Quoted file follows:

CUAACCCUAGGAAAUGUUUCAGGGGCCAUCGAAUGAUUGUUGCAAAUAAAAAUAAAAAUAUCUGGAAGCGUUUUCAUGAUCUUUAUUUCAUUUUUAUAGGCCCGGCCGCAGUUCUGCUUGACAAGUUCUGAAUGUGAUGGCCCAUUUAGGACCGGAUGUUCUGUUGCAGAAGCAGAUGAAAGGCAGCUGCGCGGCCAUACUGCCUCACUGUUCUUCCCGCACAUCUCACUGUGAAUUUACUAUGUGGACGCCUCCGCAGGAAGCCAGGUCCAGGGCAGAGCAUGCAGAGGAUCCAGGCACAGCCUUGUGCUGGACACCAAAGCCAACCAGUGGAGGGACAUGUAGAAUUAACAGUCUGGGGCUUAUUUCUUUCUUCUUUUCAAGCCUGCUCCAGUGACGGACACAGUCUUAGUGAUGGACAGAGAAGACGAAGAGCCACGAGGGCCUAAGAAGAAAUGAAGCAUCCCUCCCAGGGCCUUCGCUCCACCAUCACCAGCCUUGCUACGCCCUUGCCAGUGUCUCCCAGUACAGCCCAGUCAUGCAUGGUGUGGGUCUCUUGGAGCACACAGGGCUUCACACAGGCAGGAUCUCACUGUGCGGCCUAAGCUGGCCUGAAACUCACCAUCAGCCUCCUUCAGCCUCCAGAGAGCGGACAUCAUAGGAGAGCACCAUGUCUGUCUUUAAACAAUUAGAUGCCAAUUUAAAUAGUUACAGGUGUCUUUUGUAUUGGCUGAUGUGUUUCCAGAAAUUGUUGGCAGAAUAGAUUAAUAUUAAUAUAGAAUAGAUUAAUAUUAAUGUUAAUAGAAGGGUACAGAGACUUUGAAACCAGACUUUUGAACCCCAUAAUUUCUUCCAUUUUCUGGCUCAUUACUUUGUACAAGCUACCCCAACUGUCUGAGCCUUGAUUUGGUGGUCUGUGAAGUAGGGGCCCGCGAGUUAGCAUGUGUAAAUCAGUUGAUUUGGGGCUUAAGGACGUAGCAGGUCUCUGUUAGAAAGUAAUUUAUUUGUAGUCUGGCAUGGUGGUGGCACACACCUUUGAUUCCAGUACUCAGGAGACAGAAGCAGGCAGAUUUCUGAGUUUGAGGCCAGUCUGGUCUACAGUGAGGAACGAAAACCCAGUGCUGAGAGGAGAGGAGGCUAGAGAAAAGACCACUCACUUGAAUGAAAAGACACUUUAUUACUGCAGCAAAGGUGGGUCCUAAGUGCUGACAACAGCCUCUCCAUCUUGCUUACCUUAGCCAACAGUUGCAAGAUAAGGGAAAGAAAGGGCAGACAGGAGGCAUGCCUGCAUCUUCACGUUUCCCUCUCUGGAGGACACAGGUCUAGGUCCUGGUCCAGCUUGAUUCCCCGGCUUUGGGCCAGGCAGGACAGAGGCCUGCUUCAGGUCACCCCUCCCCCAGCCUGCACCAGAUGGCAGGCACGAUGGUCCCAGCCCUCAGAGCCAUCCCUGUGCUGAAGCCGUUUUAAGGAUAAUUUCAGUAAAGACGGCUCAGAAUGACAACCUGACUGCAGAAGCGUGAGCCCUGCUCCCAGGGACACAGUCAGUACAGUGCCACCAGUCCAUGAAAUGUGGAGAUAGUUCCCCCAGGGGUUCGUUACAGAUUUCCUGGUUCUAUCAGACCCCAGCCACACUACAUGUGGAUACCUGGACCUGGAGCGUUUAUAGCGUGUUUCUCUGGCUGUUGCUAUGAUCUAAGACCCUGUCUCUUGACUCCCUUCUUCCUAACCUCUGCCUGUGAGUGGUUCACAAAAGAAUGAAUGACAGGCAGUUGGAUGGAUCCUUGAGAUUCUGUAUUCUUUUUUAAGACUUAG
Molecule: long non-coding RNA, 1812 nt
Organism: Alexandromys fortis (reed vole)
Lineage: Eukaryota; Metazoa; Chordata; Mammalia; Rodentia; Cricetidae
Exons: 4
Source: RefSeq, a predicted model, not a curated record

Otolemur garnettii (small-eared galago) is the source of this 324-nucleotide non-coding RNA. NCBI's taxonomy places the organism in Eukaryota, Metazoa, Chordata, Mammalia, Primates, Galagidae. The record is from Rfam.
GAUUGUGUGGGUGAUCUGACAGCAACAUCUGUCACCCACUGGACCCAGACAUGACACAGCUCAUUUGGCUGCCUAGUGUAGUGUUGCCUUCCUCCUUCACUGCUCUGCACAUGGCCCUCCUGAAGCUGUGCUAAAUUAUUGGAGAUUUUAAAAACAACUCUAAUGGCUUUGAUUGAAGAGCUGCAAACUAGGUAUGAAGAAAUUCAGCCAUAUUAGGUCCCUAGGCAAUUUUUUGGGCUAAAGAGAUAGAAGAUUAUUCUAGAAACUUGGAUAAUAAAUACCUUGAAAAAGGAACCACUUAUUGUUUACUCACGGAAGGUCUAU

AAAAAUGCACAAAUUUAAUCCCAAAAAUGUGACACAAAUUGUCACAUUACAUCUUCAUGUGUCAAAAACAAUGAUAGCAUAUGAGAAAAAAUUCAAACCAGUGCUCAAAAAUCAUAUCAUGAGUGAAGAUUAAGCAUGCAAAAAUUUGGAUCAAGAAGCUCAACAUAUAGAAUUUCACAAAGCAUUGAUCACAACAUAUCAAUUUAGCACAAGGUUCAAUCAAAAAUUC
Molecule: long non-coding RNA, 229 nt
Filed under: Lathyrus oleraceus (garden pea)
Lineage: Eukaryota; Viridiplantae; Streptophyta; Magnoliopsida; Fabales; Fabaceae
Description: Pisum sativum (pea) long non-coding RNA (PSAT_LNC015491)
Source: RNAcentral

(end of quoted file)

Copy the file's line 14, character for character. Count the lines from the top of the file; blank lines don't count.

Source: RNAcentral